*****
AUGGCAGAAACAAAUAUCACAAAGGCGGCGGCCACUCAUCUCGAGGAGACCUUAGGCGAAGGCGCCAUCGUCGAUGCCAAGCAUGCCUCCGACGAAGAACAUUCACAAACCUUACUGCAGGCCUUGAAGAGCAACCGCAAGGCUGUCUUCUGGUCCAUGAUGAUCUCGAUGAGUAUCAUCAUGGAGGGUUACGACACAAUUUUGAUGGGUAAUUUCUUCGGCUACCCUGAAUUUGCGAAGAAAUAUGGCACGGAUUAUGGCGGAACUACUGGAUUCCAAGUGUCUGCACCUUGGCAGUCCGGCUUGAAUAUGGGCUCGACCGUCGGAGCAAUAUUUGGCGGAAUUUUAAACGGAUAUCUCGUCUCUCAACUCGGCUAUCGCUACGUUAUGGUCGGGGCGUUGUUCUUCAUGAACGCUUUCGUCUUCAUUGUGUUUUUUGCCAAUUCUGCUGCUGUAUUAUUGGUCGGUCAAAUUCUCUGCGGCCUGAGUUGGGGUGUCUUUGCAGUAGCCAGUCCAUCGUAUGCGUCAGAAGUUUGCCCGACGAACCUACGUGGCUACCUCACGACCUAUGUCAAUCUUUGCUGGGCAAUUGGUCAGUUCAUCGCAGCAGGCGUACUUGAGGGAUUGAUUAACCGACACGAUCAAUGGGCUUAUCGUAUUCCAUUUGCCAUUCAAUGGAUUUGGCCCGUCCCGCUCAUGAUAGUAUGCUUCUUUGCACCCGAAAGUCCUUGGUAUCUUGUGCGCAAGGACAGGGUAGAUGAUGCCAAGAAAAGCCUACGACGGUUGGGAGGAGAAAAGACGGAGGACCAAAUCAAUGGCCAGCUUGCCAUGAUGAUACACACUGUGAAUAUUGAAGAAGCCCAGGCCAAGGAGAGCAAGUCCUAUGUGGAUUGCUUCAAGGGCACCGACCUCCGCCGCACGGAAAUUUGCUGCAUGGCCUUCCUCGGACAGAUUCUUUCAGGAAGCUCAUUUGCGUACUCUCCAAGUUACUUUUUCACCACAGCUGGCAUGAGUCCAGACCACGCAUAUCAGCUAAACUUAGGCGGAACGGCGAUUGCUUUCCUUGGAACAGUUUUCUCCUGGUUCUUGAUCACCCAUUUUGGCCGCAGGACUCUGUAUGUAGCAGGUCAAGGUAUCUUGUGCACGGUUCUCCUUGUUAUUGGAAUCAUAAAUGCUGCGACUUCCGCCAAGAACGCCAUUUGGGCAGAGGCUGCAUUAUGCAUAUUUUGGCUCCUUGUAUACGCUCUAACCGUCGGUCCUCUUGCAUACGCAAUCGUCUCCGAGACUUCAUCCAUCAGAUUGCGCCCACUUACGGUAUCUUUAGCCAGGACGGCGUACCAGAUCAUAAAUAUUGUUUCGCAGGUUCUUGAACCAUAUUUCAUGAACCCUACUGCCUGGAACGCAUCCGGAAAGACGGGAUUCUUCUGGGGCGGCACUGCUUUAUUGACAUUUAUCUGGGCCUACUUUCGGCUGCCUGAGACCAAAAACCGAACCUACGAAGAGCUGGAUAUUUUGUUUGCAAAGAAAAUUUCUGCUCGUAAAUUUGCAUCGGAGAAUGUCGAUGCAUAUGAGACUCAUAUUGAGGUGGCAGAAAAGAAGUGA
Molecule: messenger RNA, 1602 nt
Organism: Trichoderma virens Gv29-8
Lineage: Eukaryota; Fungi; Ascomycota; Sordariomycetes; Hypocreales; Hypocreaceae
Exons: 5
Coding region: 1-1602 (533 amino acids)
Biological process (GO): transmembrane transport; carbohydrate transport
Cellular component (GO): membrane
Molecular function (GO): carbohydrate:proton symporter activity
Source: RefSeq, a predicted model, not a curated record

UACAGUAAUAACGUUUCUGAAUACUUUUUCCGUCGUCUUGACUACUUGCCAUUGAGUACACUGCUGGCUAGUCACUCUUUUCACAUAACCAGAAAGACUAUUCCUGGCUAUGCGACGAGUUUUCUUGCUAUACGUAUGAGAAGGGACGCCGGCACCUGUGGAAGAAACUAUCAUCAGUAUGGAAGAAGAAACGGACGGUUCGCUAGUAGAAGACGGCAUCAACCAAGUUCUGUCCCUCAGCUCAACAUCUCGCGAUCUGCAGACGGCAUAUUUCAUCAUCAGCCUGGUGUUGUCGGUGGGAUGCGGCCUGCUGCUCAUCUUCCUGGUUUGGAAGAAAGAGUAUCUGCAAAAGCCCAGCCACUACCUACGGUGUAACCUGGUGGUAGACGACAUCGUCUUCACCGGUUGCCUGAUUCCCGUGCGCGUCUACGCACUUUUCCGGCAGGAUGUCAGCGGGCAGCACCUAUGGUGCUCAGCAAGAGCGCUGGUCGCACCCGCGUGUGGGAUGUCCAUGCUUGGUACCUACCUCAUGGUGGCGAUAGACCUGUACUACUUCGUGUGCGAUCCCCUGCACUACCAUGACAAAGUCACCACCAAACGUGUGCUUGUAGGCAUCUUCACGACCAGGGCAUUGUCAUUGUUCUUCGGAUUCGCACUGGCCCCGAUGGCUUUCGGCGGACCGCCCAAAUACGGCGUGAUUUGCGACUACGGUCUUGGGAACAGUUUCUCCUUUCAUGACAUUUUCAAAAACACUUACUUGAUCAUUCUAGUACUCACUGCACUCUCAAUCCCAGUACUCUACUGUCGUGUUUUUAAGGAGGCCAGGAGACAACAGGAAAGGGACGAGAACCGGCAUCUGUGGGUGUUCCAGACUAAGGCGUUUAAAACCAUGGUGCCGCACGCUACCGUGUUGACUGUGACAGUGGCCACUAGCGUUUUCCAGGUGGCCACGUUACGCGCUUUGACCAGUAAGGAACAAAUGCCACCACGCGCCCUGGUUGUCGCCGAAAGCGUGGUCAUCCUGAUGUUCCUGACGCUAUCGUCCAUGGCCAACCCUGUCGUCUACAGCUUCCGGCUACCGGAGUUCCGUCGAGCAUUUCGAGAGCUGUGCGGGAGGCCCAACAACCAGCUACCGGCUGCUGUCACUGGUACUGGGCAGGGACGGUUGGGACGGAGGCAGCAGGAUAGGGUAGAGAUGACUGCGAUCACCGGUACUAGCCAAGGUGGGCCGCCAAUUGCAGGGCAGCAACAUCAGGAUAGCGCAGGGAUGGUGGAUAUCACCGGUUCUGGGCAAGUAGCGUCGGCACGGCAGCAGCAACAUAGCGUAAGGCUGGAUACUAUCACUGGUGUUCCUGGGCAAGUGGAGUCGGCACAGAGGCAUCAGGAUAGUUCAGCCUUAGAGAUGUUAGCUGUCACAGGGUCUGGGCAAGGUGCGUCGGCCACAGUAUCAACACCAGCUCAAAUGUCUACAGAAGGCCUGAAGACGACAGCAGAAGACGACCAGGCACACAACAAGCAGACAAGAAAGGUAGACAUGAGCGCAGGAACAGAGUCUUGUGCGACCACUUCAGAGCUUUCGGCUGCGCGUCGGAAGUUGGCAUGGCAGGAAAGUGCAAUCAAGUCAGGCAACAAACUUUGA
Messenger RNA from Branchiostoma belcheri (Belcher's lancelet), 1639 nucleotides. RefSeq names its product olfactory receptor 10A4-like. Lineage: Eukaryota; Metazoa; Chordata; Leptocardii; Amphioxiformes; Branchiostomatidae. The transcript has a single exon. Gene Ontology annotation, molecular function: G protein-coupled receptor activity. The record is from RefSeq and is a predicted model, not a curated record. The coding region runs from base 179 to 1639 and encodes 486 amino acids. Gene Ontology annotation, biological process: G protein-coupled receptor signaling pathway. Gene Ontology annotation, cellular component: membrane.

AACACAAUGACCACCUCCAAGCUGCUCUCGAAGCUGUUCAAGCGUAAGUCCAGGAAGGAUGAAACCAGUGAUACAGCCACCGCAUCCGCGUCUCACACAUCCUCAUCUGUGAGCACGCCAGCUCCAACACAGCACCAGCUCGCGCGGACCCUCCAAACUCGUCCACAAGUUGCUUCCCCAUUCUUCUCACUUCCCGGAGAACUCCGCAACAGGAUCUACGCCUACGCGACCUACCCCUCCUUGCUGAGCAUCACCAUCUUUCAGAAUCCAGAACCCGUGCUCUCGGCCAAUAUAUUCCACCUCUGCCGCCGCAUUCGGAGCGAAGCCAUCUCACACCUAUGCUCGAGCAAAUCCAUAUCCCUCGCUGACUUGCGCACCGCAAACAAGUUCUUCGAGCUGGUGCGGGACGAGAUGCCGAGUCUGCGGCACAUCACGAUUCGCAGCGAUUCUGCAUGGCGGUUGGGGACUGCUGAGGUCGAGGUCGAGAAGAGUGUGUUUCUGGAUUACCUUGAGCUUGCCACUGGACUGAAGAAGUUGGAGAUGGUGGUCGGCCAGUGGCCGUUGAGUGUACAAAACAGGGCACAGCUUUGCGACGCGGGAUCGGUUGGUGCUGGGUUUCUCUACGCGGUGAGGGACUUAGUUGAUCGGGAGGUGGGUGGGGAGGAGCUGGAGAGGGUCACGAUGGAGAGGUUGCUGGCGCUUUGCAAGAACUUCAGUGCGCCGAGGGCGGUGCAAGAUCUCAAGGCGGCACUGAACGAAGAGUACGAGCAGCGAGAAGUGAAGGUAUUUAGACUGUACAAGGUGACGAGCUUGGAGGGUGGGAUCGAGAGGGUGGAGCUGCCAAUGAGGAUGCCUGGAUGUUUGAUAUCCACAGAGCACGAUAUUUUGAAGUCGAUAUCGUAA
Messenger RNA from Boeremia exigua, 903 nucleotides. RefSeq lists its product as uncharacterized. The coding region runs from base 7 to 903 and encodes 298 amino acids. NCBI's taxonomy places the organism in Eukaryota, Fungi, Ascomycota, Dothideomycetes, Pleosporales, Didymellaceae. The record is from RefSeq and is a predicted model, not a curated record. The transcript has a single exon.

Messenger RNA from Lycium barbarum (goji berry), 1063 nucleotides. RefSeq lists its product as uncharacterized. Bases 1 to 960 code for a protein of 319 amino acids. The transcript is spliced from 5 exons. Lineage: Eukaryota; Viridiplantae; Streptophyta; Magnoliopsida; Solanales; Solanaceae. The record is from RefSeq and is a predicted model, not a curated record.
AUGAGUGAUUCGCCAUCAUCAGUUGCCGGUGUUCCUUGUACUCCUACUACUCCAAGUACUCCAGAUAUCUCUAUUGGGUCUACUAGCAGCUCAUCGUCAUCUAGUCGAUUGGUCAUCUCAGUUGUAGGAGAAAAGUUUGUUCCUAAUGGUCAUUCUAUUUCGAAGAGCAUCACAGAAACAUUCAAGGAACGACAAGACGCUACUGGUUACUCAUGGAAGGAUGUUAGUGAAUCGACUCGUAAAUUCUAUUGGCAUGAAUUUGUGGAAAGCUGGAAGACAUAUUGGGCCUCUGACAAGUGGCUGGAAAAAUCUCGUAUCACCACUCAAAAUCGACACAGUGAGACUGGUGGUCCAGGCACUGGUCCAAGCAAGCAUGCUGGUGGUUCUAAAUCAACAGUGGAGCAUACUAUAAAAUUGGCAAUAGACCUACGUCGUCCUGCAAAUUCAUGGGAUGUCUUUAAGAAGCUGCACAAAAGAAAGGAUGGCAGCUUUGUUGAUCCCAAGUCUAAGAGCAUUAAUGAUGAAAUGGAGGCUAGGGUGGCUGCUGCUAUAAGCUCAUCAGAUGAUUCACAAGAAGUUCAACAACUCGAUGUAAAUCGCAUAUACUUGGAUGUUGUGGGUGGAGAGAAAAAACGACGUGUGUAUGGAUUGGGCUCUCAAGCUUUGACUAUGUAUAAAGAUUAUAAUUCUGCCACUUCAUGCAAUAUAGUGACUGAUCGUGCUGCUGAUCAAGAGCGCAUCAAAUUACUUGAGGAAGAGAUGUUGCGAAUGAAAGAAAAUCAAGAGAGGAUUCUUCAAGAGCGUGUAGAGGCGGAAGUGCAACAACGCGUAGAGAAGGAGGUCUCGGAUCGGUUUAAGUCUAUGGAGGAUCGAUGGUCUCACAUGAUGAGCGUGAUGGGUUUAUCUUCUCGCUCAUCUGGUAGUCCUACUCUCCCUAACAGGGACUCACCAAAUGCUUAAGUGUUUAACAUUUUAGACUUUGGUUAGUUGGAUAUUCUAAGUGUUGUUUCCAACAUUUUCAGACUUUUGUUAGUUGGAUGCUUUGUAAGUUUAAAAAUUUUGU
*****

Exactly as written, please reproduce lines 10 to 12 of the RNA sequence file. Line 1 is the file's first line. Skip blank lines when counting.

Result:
Source: RefSeq, a predicted model, not a curated record

UACAGUAAUAACGUUUCUGAAUACUUUUUCCGUCGUCUUGACUACUUGCCAUUGAGUACACUGCUGGCUAGUCACUCUUUUCACAUAACCAGAAAGACUAUUCCUGGCUAUGCGACGAGUUUUCUUGCUAUACGUAUGAGAAGGGACGCCGGCACCUGUGGAAGAAACUAUCAUCAGUAUGGAAGAAGAAACGGACGGUUCGCUAGUAGAAGACGGCAUCAACCAAGUUCUGUCCCUCAGCUCAACAUCUCGCGAUCUGCAGACGGCAUAUUUCAUCAUCAGCCUGGUGUUGUCGGUGGGAUGCGGCCUGCUGCUCAUCUUCCUGGUUUGGAAGAAAGAGUAUCUGCAAAAGCCCAGCCACUACCUACGGUGUAACCUGGUGGUAGACGACAUCGUCUUCACCGGUUGCCUGAUUCCCGUGCGCGUCUACGCACUUUUCCGGCAGGAUGUCAGCGGGCAGCACCUAUGGUGCUCAGCAAGAGCGCUGGUCGCACCCGCGUGUGGGAUGUCCAUGCUUGGUACCUACCUCAUGGUGGCGAUAGACCUGUACUACUUCGUGUGCGAUCCCCUGCACUACCAUGACAAAGUCACCACCAAACGUGUGCUUGUAGGCAUCUUCACGACCAGGGCAUUGUCAUUGUUCUUCGGAUUCGCACUGGCCCCGAUGGCUUUCGGCGGACCGCCCAAAUACGGCGUGAUUUGCGACUACGGUCUUGGGAACAGUUUCUCCUUUCAUGACAUUUUCAAAAACACUUACUUGAUCAUUCUAGUACUCACUGCACUCUCAAUCCCAGUACUCUACUGUCGUGUUUUUAAGGAGGCCAGGAGACAACAGGAAAGGGACGAGAACCGGCAUCUGUGGGUGUUCCAGACUAAGGCGUUUAAAACCAUGGUGCCGCACGCUACCGUGUUGACUGUGACAGUGGCCACUAGCGUUUUCCAGGUGGCCACGUUACGCGCUUUGACCAGUAAGGAACAAAUGCCACCACGCGCCCUGGUUGUCGCCGAAAGCGUGGUCAUCCUGAUGUUCCUGACGCUAUCGUCCAUGGCCAACCCUGUCGUCUACAGCUUCCGGCUACCGGAGUUCCGUCGAGCAUUUCGAGAGCUGUGCGGGAGGCCCAACAACCAGCUACCGGCUGCUGUCACUGGUACUGGGCAGGGACGGUUGGGACGGAGGCAGCAGGAUAGGGUAGAGAUGACUGCGAUCACCGGUACUAGCCAAGGUGGGCCGCCAAUUGCAGGGCAGCAACAUCAGGAUAGCGCAGGGAUGGUGGAUAUCACCGGUUCUGGGCAAGUAGCGUCGGCACGGCAGCAGCAACAUAGCGUAAGGCUGGAUACUAUCACUGGUGUUCCUGGGCAAGUGGAGUCGGCACAGAGGCAUCAGGAUAGUUCAGCCUUAGAGAUGUUAGCUGUCACAGGGUCUGGGCAAGGUGCGUCGGCCACAGUAUCAACACCAGCUCAAAUGUCUACAGAAGGCCUGAAGACGACAGCAGAAGACGACCAGGCACACAACAAGCAGACAAGAAAGGUAGACAUGAGCGCAGGAACAGAGUCUUGUGCGACCACUUCAGAGCUUUCGGCUGCGCGUCGGAAGUUGGCAUGGCAGGAAAGUGCAAUCAAGUCAGGCAACAAACUUUGA
Messenger RNA from Branchiostoma belcheri (Belcher's lancelet), 1639 nucleotides. RefSeq names its product olfactory receptor 10A4-like. Lineage: Eukaryota; Metazoa; Chordata; Leptocardii; Amphioxiformes; Branchiostomatidae. The transcript has a single exon. Gene Ontology annotation, molecular function: G protein-coupled receptor activity. The record is from RefSeq and is a predicted model, not a curated record. The coding region runs from base 179 to 1639 and encodes 486 amino acids. Gene Ontology annotation, biological process: G protein-coupled receptor signaling pathway. Gene Ontology annotation, cellular component: membrane.